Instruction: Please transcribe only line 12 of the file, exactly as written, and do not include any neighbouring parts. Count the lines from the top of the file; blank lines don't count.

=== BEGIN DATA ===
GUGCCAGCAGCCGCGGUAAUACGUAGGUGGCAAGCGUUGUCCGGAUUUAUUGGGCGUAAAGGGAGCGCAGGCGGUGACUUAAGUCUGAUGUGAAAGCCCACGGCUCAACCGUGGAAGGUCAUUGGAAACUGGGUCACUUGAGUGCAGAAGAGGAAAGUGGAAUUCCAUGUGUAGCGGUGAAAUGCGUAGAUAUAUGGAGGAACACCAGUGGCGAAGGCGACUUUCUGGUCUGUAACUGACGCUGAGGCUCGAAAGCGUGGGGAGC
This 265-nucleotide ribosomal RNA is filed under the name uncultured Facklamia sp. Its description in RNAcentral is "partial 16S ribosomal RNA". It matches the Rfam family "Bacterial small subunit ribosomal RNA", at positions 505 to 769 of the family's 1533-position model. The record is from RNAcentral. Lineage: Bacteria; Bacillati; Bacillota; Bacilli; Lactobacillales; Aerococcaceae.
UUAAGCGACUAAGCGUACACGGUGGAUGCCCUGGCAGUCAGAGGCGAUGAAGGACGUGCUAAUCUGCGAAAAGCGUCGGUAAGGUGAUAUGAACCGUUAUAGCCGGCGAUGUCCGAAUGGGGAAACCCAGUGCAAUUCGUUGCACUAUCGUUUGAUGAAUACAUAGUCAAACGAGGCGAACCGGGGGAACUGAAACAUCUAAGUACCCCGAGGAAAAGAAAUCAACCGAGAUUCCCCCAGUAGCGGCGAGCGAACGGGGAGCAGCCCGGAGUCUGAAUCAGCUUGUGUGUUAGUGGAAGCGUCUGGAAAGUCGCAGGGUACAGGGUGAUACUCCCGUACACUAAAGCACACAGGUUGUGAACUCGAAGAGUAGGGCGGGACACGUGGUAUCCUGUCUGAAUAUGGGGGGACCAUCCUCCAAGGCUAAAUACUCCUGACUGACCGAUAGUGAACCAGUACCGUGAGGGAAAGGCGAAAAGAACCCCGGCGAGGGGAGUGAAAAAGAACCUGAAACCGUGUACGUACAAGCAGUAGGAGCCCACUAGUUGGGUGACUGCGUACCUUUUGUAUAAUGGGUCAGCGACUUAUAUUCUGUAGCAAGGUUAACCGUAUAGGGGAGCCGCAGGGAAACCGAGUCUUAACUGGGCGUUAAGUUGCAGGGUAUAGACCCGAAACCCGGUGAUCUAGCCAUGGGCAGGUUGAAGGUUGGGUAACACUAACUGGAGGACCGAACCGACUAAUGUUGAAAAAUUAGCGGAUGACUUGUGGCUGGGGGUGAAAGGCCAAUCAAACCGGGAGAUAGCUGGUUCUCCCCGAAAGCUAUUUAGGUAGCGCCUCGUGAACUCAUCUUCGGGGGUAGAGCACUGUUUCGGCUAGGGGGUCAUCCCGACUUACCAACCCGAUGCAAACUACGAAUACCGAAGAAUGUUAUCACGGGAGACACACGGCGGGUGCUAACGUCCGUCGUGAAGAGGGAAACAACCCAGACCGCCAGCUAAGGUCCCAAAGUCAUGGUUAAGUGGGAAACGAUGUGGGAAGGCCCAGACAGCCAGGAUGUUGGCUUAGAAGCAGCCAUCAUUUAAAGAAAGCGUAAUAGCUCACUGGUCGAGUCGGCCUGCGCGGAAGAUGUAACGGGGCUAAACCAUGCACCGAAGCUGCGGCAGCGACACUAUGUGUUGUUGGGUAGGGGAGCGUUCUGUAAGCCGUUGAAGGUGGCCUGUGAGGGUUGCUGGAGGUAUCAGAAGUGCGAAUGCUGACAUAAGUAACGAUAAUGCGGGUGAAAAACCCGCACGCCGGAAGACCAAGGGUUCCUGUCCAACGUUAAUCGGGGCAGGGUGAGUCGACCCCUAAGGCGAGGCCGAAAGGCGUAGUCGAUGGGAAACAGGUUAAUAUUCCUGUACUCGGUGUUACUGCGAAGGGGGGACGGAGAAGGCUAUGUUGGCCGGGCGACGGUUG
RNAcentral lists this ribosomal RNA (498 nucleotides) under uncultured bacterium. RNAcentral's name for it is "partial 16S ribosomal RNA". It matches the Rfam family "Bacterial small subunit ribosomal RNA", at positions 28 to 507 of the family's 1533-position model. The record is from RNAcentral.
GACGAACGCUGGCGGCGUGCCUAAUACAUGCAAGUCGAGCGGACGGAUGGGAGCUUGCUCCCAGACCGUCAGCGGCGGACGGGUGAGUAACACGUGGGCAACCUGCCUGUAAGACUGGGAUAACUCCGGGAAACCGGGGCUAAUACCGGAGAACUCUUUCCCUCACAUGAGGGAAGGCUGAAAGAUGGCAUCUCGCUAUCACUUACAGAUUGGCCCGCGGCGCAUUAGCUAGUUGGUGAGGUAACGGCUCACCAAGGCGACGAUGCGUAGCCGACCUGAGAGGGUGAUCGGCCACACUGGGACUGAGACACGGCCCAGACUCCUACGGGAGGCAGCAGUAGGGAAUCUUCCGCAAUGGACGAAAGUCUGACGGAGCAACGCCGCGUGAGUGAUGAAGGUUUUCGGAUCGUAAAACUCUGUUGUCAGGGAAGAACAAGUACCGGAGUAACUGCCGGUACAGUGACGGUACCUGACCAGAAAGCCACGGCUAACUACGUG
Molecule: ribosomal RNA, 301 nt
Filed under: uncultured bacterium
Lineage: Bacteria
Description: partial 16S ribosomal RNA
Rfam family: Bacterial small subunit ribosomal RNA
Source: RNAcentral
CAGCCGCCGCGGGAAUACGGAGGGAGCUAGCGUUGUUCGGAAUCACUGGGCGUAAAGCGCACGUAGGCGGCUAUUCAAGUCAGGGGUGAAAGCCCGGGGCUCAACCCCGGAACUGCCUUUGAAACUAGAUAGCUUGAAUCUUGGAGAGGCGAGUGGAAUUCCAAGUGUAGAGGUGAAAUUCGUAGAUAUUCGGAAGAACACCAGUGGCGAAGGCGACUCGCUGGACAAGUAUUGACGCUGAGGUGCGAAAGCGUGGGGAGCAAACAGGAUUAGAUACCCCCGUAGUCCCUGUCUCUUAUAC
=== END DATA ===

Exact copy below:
CAGCCGCCGCGGGAAUACGGAGGGAGCUAGCGUUGUUCGGAAUCACUGGGCGUAAAGCGCACGUAGGCGGCUAUUCAAGUCAGGGGUGAAAGCCCGGGGCUCAACCCCGGAACUGCCUUUGAAACUAGAUAGCUUGAAUCUUGGAGAGGCGAGUGGAAUUCCAAGUGUAGAGGUGAAAUUCGUAGAUAUUCGGAAGAACACCAGUGGCGAAGGCGACUCGCUGGACAAGUAUUGACGCUGAGGUGCGAAAGCGUGGGGAGCAAACAGGAUUAGAUACCCCCGUAGUCCCUGUCUCUUAUAC